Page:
Memories of youth & old age
‘Grease’ and ‘Three Tall Women’ make an unusual November stage pair

SideStory: Just the facts

Durango High School students morph into 1950 bobby sockers for a dance scene from the musical “Grease,” which will be performed this weekend and next at the high school. The play is directed by Mona Wood Patterson adn teh dance scenes were choreogrpahed by Patricia Ratliff and Denise Hagemeister./Photo by Jared Boyd

by Judith Reynolds

Two stage visions of American life are running side-by-side in Durango, and they are as different as tight jeans and support hose.

Durango High School is presenting “Grease,” a comic fable about American teen-agers in the 1950s. Fort Lewis College offers “Three Tall Women,” Edward Albee’s pitiless examination of old age. You will have guessed which is family entertainment and which appeals to serious drama buffs. Both productions are worth seeing. “Grease” runs through Nov. 18. “Three Tall Women” runs through Nov. 12.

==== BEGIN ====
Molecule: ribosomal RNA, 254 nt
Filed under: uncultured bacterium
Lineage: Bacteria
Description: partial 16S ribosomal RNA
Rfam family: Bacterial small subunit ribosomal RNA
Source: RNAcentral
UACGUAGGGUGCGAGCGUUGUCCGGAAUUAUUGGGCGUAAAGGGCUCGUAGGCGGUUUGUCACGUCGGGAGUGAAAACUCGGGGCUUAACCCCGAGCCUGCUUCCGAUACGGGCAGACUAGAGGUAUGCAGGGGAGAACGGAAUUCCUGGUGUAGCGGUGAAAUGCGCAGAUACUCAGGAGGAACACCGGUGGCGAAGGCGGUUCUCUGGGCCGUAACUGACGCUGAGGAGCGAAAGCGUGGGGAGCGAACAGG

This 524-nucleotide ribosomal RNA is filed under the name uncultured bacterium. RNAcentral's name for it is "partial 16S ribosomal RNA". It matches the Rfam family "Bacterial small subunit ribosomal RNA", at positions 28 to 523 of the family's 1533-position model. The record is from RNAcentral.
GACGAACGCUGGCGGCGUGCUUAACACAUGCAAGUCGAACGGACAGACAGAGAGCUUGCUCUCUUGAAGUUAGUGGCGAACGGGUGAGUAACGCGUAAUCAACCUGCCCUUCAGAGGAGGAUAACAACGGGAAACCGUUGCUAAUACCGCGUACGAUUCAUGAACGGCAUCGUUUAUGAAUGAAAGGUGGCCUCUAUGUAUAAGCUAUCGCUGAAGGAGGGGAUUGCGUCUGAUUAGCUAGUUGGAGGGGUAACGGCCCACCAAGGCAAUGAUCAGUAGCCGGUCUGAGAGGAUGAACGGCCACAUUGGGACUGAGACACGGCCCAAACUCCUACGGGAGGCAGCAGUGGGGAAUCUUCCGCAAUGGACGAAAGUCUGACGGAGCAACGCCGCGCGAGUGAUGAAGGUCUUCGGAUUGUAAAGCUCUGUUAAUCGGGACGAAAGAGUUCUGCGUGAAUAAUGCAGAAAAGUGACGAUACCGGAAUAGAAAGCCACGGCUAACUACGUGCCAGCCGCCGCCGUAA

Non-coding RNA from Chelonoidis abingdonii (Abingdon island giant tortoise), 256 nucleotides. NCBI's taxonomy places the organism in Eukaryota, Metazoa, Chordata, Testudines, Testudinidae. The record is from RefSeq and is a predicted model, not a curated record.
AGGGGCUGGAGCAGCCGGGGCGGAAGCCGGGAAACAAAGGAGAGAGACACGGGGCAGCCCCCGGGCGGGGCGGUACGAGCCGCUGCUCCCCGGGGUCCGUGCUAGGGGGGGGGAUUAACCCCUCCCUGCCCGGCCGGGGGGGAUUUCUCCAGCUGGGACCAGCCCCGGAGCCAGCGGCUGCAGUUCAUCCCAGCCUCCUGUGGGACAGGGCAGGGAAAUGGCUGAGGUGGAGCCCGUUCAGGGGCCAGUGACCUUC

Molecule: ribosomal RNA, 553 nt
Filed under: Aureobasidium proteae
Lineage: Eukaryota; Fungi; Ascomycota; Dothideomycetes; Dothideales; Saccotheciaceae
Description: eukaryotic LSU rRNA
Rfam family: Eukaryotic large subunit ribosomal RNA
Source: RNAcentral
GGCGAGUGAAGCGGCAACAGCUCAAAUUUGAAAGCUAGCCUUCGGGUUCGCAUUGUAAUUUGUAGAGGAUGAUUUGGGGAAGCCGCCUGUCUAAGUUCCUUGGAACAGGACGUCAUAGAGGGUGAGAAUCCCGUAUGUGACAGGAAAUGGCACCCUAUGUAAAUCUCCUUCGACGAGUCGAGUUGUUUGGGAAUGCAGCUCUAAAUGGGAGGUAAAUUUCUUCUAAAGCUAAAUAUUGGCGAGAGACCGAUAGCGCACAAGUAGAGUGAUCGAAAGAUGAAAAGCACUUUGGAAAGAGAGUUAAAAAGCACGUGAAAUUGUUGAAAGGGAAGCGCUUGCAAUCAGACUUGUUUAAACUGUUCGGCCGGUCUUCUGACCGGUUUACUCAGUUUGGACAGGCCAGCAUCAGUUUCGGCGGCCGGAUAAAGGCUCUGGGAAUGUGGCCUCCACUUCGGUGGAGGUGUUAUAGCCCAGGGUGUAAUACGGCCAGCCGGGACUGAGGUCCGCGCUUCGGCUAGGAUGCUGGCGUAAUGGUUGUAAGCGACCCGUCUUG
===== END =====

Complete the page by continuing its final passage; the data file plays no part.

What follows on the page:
Bottled energy

“Grease,” an evergreen American musical, spins through teen-age conundrums like an old-time, 45 RPM record on a fast turntable. In the hands of the Durango High Thespians, it’s a joyous ride.

Fitting in and being cool are the twin tropes in this nostalgic view of the ’50s. No sooner do we meet Danny Zuko (Adam Fontana) and his gang on the first day of senior year, than we realize he’s already fallen for an unlikely girl. Prim Sandy Dumbrowski (a role shared by Angelica Pozo-DesPortes and Jessica Hagemeister on alternating nights) is new to fictional Rydell High. In one of several dramatic conceits that you simply must accept, Sandy is swiftly embraced by the Pink Ladies, the counterparts to Danny’s empire. As a testimony to the talent bubbling over at Durango High, Director Mona Wood-Patterson has alternated her female leads in the other major role, Betty Rizzo, the savvy, street-wise leader of the Ladies.